December did not suck entirely. I was able to run 97 miles out of the 97 promised. The in-law holiday party was a lot of fun and I got to most of the books on my list:
- Conquest of the Incas by John Hemming (DNF)
- Rainbow’s End by Lauren St. John
- Paul Revere and the World He Lived in by Esther Forbes
- On the Ocean by Pytheas (translated by Christina Horst Roseman)
- Geometry of Love by Margaret Visser
- Freedom at Midnight by Larry Collins and Dominique Lapierre .
- River of Doubt: Theodore Roosevelt’s Darkest Journey by Candice Millard (AB)
- Tu by Patricia Grace – I read this in four days because it was due back at a library that didn’t allow renewals.
- Spiderweb for Two by Elizabeth Enright. I listened to this on audio on my lunch breaks. It was a good way to escape for a little while each day. Confessional: I didn’t finish the whole thing but since it is a continuation of the series it doesn’t matter.
- Yoga for Athletes by Ryanne Cunningham – this was an October book that took me a little time to review because I was too busy using it to run!
- Disaster Falls: a family story by Stephane Gerson
St. John, Lauren. rainbow’s end: A Memoir of Childhood, War and an African Farm. New York: Scribner, 2007.
Reason read: December 4th used to be Shangani Day in Rhodesia.
Rainbow’s End is a 1000 acre farm and game preserve in Rhodesia. In the fall of 1978 eleven year old Lauren St. John moves there with her family. This is during the dying, yet bloody, last stages of the Rhodesian Bush War. Rainbow’s End isn’t just a sprawling farm, it is also the scene of a bloody massacre less than a year earlier. The blood evidence still lingered.
Because Lauren’s coming of age years coincided with her time on the Rainbow’s End farm and the end of Rhodesia her memoir is part teenage angst biography and part commentary on the the war and its politics. Was it about Communism versus democracy or black against white? What makes Rainbow’s End so interesting is Lauren’s perception of being white in newly formed Zimbabwe after Independence and the realization she has been loving a war for all the wrong reasons.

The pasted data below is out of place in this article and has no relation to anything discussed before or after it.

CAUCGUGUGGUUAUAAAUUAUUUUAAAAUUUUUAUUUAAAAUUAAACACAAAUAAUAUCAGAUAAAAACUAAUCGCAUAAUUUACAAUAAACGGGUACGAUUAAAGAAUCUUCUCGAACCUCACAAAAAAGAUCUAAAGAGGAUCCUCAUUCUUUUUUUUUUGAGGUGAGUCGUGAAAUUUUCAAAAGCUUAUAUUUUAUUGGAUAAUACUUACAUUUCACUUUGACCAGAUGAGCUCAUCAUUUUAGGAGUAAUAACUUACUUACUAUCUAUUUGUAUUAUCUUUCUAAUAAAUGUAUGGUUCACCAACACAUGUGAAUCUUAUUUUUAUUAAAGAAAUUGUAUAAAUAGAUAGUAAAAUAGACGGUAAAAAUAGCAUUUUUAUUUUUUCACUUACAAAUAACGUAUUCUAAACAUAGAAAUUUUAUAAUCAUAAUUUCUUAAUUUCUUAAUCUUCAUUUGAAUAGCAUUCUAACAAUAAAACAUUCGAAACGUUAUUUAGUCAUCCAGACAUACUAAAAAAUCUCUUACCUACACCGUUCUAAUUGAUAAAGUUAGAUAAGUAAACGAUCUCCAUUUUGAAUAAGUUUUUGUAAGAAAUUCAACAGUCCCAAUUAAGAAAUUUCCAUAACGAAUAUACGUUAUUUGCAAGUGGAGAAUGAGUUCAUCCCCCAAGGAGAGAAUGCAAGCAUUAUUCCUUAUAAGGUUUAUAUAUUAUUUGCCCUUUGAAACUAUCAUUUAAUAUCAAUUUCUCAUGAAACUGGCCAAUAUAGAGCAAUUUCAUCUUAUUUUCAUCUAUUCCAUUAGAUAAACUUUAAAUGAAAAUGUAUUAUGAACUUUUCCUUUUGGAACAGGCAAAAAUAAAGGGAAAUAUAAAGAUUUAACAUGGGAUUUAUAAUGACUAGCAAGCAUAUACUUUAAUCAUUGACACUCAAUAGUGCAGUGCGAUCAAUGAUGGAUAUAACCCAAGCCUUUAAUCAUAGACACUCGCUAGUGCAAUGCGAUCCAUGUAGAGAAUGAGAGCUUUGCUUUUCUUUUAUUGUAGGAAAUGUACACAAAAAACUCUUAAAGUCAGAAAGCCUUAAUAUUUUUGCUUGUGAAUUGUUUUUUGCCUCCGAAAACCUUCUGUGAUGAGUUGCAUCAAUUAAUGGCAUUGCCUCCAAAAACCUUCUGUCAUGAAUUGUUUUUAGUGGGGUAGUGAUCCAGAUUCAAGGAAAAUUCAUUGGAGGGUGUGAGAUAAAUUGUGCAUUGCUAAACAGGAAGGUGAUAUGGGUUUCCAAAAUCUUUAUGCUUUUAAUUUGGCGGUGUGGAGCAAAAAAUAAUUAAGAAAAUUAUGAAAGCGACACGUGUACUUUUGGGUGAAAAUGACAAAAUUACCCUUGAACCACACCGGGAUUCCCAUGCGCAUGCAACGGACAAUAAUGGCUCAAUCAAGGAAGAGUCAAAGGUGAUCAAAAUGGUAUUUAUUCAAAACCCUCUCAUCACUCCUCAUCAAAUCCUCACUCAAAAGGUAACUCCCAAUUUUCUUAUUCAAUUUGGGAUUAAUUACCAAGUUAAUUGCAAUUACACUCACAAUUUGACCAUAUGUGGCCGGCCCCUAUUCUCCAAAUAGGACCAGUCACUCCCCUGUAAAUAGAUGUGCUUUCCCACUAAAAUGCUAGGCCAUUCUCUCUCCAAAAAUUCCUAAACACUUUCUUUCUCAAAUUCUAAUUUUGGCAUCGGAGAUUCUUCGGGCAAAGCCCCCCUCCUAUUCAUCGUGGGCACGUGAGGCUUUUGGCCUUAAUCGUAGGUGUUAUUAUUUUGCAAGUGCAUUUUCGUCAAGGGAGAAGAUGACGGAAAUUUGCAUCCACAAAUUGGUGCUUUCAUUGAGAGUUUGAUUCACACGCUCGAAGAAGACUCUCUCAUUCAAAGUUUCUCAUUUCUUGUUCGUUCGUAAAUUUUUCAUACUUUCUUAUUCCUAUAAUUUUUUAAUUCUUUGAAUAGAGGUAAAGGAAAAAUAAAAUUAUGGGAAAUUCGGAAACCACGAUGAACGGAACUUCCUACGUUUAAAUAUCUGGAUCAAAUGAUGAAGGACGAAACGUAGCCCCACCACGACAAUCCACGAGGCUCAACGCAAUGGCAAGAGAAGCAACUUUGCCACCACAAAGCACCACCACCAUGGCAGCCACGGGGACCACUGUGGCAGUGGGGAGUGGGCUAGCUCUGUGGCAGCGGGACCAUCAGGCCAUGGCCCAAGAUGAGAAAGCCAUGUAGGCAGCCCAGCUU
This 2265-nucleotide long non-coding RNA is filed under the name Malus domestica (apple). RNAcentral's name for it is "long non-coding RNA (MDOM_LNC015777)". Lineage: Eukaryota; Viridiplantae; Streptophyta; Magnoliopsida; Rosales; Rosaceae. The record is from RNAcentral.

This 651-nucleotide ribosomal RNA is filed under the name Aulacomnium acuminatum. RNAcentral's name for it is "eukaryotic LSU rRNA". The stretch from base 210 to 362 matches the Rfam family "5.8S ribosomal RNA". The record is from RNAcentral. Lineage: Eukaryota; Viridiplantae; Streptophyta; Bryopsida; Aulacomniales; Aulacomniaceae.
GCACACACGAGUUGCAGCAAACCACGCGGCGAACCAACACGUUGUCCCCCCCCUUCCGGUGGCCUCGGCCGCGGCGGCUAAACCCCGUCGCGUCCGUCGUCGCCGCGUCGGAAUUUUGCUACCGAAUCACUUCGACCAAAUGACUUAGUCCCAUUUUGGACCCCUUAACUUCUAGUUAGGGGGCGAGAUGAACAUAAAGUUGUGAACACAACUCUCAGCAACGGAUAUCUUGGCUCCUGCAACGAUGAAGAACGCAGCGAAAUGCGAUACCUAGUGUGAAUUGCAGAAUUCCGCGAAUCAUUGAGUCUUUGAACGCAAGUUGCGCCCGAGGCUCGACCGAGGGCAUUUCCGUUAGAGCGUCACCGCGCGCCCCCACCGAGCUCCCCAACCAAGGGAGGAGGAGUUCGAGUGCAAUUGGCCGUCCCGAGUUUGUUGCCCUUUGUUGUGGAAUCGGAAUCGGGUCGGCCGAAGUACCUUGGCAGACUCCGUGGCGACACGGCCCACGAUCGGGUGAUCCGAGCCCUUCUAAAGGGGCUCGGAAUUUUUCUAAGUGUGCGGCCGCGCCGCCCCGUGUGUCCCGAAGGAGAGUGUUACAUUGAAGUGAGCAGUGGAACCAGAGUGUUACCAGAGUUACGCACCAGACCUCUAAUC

There is no doubt of Rhodesia’s untamed beauty.
A line I liked, “Then I relocated to the sofa where I had my new books fanned around me like lives waiting to be lived” (p 48). As an aside, I can remember doing that same thing when I was a kid. I’d put the books in a row and pick one based on where I wanted to go next.
Author fact: St. John has also written a few sports books. None of them are on my list.
Book trivia: rainbow’s end includes a smattering of non-personal (if you don’t count the cover) photographs and a couple of maps. Interestingly enough, one of the maps includes “hippo pools.” Oh goody.
Nancy said: nada. She just listed it for the chapter.
BookLust Twist: from Book Lust To Go in the chapter called “Zipping Through Zambia/Roaming Rhodesia” (p 269).
December is going to be a crazy month. I need to run 93 miles. I will be hosting my in-law’s Holiday party for the first time. I’m going to the Christmas Eve Patriots Game. What else? Oh. The books!
- Conquest of the Incas by John Hemming ~ in honor of December being the best time to visit Peru
- Rainbow’s End by Lauren St. John ~ in honor of Shangani Day in Rhodesia.
- Paul Revere and the World He Lived in by Esther Forbes ~ in honor of Revere’s birth month (I’m guessing since he was baptized on January first.)
- On the Ocean by Pytheas (translated by Christina Horst Roseman) ~ in honor of finally finding a copy of this book!
- Geometry of Love by Margaret Visser ~ in honor of Rome’s Saturnalia Solstice.
- Freedom at Midnight by Larry Collins and Dominique Lapierre ~ in honor of December being the best time to visit India.
- Tu by Patricia Grace ~ in honor of New Zealand being discovered in December.
- Spiderweb for Two by Elizabeth Enright ~ in honor of finishing the series started in September in honor of Enright’s birth month.
- Yoga for Athletes by Ryanne Cunningham ~ for LibraryThing